It was possible, in the hours after Donald Trump’s shocking win, to relive the 2016 campaign through a tour of the reeling financial markets. Stocks plummeted as investors accepted that a man best known as a reality-TV star when he entered the race would assume the world’s most powerful office. Mexico’s peso was crushed on assumptions Trump would trash trade agreements and deport immigrants. Russian equities jumped on hopes that Vladimir Putin and Trump would be allies.
Gold, seen as a haven in perilous times, surged as the U.S. military establishment prepared to give nuclear codes to a snappish late-night tweeter. Long-term U.S. Treasury yields spiked, a reflection of Trump’s allusions to cutting taxes, increasing government spending, and defaulting on America’s debt. In each asset class, there was an attempt to put into numbers an event that one struggles to put into words.
That many of the swings abated by the morning—the U.S. stock market gained in post-election trading—could be interpreted as complacency, or even optimism. But it’s likely something else. During the campaign, Trump gave few details about his economic proposals when he wasn’t making direct contradictions. That means investors have precious little on which to base rational plans. The same goes for policymakers and chief executives. Trump’s sketchy program complicates the work of the Federal Reserve to guide the U.S. economy and gives companies no certainty with which to plan investments, and that’s before considerations of whether his hostility to free trade will trigger inflation, recession, and unemployment—and if he’ll replace Fed Chair Janet Yellen when her term is up in 2018.
For investors who welcome an injection of chaos into the markets—volatility creates more targets to bet on—trading the Trump administration could prove as impossible as predicting his political rise. Even under normal circumstances, betting on presidential politics is risky. Anyone shorting insurers ahead of President Obama’s push for the 2010 Affordable Care Act would have been stung when those companies’ shares rose. Nevertheless, such trades are already in place.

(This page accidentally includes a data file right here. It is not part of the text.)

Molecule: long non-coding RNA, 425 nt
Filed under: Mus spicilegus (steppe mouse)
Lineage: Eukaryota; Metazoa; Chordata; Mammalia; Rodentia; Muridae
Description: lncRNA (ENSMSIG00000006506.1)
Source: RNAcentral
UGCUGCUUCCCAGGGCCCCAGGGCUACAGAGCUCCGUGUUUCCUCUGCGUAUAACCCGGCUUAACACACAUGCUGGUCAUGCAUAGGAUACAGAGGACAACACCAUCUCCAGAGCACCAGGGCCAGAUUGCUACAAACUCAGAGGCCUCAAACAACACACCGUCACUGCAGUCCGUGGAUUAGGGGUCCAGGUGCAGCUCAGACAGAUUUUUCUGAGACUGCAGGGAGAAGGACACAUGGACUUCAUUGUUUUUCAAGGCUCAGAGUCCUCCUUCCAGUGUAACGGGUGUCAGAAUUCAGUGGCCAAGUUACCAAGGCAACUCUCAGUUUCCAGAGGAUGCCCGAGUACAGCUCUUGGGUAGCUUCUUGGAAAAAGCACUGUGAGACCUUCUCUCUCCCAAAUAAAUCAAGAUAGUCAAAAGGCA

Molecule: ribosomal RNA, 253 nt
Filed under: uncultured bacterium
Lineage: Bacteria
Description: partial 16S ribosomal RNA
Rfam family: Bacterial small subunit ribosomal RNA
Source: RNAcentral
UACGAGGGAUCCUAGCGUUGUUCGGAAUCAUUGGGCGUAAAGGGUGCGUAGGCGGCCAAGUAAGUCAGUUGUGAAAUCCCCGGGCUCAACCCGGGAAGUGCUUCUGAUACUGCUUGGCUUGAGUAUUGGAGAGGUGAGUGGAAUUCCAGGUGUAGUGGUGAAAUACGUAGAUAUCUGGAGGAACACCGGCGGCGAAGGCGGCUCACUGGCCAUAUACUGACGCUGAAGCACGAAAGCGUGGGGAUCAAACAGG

The day after Trump was elected, bank stocks climbed as much as 6 percent on the theory that he will pare or repeal Dodd-Frank’s set of financial regulations. Wind power fell while coal rose, and one private prison operator surged as much as 60 percent in anticipation that Trump will need capacity for a new population of immigrant detainees. With no threat of stronger gun control laws under a Trump administration, investors figured, fewer people will rush out to stock up on firearms. Shares of Smith & Wesson plummeted 16 percent when markets opened.
In a post-election report, Anthony Chan, JPMorgan Chase’s chief economist, warned against making long-term assumptions based on markets’ short-term reactions. “In every presidential campaign in modern history, the message on the campaign trail has rarely matched the reality of what investors have seen long after the party horns and hats have been put aside,” he wrote. No investor can truly know what’s coming.